Saturday, December 20, 2014

The Witches (1983) by Roald Dahl

The Witches by Roald Dahl (1983): Roald Dahl's zippy, scary, funny, Whitbread-Award-winning children's novel about the efforts of a plucky boy and his grandmother to thwart the Witches of England in their quest to turn all children into mice is a humdinger. It's also got some disturbing psychological elements that the excellent 1990 Nicholas Roeg film version eliminated, understandably so. The changes prompted Dahl to publicly trash the movie, but it's a darned good movie and you should see it anyway. 

The novel is also darned good. Dahl, a great writer of both horrifying short stories and weird children's novels, had a great imagination. And he didn't patronize his intended readers with fake scares. The witches in his story are terrible beings, which doesn't stop them from breaking out into song from time to time. And for whatever reason, childhood gluttony is once again a target of Dahl's writerly wrath.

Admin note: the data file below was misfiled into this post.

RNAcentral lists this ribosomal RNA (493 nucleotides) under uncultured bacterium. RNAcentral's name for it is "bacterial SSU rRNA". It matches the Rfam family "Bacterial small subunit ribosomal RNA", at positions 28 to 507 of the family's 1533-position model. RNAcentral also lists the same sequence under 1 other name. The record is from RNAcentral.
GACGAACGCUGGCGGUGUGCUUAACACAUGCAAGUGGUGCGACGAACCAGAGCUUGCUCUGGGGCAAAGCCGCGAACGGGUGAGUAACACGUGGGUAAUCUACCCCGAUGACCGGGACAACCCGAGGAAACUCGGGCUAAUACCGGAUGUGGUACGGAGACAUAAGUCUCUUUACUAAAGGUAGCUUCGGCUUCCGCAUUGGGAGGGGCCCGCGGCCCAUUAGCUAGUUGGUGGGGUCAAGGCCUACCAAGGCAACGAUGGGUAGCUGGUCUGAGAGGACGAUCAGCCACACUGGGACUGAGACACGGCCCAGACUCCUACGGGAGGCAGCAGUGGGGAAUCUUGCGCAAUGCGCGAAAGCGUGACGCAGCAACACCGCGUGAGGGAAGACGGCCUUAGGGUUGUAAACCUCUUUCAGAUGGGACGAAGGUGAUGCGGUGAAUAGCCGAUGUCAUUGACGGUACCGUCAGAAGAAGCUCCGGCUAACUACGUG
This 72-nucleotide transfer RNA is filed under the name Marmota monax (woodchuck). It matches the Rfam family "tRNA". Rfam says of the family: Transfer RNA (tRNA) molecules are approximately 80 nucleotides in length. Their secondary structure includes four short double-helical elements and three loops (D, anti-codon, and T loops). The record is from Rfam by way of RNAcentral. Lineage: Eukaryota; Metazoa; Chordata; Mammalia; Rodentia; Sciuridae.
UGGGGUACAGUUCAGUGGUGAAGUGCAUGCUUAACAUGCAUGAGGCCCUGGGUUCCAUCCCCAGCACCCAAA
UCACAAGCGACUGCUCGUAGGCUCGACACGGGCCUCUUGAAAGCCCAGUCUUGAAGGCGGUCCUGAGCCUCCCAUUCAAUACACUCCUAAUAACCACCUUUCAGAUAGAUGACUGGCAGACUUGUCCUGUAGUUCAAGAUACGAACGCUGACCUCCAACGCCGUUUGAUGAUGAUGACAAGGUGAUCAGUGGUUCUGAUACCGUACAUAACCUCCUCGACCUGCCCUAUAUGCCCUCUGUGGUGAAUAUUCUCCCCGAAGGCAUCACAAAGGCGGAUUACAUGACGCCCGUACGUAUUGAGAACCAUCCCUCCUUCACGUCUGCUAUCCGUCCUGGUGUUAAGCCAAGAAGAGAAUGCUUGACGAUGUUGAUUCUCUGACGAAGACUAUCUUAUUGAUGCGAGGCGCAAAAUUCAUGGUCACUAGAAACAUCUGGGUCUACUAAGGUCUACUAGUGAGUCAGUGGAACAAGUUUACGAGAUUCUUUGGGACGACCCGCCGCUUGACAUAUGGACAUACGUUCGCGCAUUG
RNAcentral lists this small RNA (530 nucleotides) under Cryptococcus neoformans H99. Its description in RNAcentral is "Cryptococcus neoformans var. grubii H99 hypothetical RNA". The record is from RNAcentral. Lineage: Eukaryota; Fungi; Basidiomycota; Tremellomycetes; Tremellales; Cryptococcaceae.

There are also a number of nicely gross scenes calculated to make children giggle in between the scenes of fantasy and horror. For example, to witches, a human child smells like dog poo. Hee hee hee. The protagonists are a brave pair, and Dahl's witches are a fascinating bunch with some fascinating peculiarities (why don't they have toes?). Recommended.

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